Be The Ad Break


There’s a force in the universe that makes things happen. And all you have to do is get in touch with it, stop thinking, let things happen, and be the ball.

Ty Webb (Chevy Chase), Caddyshack

There are many forces in the universe, and they aren’t all encapsulated in cult comedy from the early 80s. One such force is the rising battle between consumer attention and advertisers. Whilst reports of the death of TV have been greatly exaggerated (there will undoubtedly be a few over the next few days to celebrate the arrival of the 2nd series of House of Cards), what is true is that the attention of viewers is increasingly hard to hold.

To be honest, we’ve always known that ad breaks are the time when people go to the loo, make a cup of tea or just walk around so as to avoid getting cramp, but now they have even more ways to avoid watching the ads. If they’re not on Facebook or Twitter they could just fast-forward through them on their DVR. How then to get people to pay attention?

Recently there has been a trend of owning the entire ad-break: this isn’t new, advertisers like Nike, T-Mobile &  Honda have long known the benefit of creating epic ads that fill an entire break. But this new variation of that tactic is slightly different. Essentially it involves weaving one brand through an otherwise normal mix of ads.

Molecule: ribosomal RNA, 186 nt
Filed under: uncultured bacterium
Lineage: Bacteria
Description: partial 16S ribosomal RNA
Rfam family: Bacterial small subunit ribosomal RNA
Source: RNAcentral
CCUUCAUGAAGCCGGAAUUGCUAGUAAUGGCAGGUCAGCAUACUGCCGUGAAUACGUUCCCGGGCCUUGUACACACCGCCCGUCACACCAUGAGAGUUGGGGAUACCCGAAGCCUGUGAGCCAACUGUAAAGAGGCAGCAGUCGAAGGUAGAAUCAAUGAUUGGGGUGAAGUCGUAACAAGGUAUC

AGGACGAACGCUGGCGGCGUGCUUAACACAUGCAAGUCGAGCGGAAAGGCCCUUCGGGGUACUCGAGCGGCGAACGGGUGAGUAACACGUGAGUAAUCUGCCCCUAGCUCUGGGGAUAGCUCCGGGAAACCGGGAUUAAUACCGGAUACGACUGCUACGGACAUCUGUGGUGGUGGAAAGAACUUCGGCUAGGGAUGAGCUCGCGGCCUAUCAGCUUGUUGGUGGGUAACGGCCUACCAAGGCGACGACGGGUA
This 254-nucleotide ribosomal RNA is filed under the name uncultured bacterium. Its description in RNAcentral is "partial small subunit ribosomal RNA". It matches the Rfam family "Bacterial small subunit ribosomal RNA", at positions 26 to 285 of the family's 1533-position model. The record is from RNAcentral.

DHL were the first company I heard of doing this. Basically their van appears in every other ad in the break that they top & tail. It’s cute, very slick advertising, but not really something I think people would necessarily watch rather than making the tea/tweeting/fast forwarding.

Channel 4 did something similar during their Comedy Gala in 2011. In this instance the brand doing the weaving wasn’t an advertiser so much as the advertisee. I’m guessing that this was a way of Channel 4 getting premium rates for the ads, which is fair as, in this instance, the allure of seeing what people like Jimmy Carr would do to an ad is probably strong enough to fight off the collective ADHD for a few minutes at least.

And then, just the other day, Lego (my favourite brand more or less) recreated an entire ad break out of bricks to promote the launch of their new movie. It includes Lego versions of Vinnie Jones and Lenny Henry. How could it get any better? Not only would people have been unlikely to want to look away during his, a whole heap of people who weren’t even there have decided to watch a video of it since.

Of course Lego are well versed in what brands need to do to gain and keep attention in the modern world, and highlighted that again here: becoming a publisher doesn’t just mean throwing men from outer space or creative native ads. Content that people want to watch can still take place in an ad break, so long as it’s not one that sets off 1.5 million kettles.

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